If you start telling yourself that you are unworthy or not enough, you will start believing it. And this can quickly start a downward spiral, increasing your risk of anxiety, depression, and other mental health disorders.

In contrast, if you believe you can achieve, it’s more likely you will. Surprisingly, your thoughts and beliefs often become reality. Cognitive behavior therapy (CBT) forces you to challenge your negative thoughts to alter your behavior and ultimately, improve your life. So, let’s take a closer look at this topic. Is CBT right for you? What should you know?

 

What is Cognitive Behavioral Therapy?

Cognitive behavioral therapy (CBT) is a type of psychotherapy that helps a person identify unhelpful or negative thought patterns and behaviors and change them. In fact, experts even consider CBT the gold standard of therapy.

It is used to treat a variety of conditions, such as:

Additionally, it can help in other situations, including:

Generally, the main goal of CBT is to alter a person’s thoughts and feelings, which then helps to alter their behavior. For instance, if you fear plane crashes but you have to take a plane, CBT can help you gain better control of these thoughts so that you don’t end up crippled by fear.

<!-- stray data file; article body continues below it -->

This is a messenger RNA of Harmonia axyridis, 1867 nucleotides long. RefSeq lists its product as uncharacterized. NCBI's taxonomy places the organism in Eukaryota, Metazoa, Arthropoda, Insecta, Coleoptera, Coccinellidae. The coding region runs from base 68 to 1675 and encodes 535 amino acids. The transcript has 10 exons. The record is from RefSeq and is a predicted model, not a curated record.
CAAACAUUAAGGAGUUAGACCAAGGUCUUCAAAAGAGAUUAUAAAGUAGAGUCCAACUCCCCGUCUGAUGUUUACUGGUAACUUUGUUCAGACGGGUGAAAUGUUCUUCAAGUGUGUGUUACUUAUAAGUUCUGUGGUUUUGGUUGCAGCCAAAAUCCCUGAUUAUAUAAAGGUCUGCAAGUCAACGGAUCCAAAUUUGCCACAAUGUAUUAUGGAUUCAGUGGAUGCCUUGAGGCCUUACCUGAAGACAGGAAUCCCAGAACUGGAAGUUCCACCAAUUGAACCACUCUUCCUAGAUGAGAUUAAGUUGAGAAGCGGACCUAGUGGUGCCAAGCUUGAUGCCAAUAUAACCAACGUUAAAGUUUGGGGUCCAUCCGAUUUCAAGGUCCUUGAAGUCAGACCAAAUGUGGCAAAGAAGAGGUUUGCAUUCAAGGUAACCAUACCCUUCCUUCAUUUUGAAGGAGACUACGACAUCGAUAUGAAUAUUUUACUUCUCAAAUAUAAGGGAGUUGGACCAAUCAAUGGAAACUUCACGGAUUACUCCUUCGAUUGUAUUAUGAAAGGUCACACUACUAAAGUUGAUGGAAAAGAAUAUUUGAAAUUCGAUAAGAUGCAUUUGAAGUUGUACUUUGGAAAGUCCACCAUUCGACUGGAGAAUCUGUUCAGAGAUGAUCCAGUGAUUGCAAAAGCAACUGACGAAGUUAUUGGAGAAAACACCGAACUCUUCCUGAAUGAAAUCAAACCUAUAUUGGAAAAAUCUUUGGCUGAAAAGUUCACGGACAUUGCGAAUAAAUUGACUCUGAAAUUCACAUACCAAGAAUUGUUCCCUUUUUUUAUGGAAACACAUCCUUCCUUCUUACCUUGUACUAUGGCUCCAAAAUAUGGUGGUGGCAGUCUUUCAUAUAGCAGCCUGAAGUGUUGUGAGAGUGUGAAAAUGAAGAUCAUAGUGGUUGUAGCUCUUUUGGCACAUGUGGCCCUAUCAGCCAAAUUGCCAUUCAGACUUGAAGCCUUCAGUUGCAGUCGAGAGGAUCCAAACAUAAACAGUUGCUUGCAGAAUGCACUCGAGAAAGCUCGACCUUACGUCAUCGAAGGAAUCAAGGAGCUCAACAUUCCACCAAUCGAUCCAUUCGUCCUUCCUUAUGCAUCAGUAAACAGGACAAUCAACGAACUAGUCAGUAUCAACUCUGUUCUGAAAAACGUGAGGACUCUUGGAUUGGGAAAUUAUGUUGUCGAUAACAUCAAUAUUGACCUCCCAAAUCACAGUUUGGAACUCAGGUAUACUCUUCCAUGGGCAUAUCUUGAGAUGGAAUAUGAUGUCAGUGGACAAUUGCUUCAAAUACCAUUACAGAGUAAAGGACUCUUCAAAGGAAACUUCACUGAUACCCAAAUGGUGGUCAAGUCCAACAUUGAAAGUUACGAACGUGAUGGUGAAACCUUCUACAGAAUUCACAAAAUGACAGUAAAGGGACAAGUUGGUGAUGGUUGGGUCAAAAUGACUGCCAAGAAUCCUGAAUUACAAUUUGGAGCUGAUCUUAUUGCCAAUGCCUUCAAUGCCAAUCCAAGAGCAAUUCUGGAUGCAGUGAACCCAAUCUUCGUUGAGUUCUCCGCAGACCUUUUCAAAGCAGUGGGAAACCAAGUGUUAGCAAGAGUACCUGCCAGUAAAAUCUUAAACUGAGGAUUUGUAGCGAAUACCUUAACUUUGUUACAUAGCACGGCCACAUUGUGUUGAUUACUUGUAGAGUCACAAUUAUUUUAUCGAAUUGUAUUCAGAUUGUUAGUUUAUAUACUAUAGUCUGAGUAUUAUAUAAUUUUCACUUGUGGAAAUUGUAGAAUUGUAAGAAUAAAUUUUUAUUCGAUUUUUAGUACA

CBT shows individuals that they have control over their interpretations of events, despite not having control of the world, environment, or situations around them. This helps you create healthier thinking patterns, improving your mood and life.

Related Article: 3 Easy and Simple Secrets for Relieving Morning Anxiety

 

What Are 5 Cognitive Behavioral Interventions?

Common CBT techniques may include:

1. Recognizing Negative Thoughts

A therapist uses the cognitive-behavioral approach to help you find ways to identify and challenge your negative thought patterns. In many ways, this is a guided self-discovery method, which helps you become more introspective.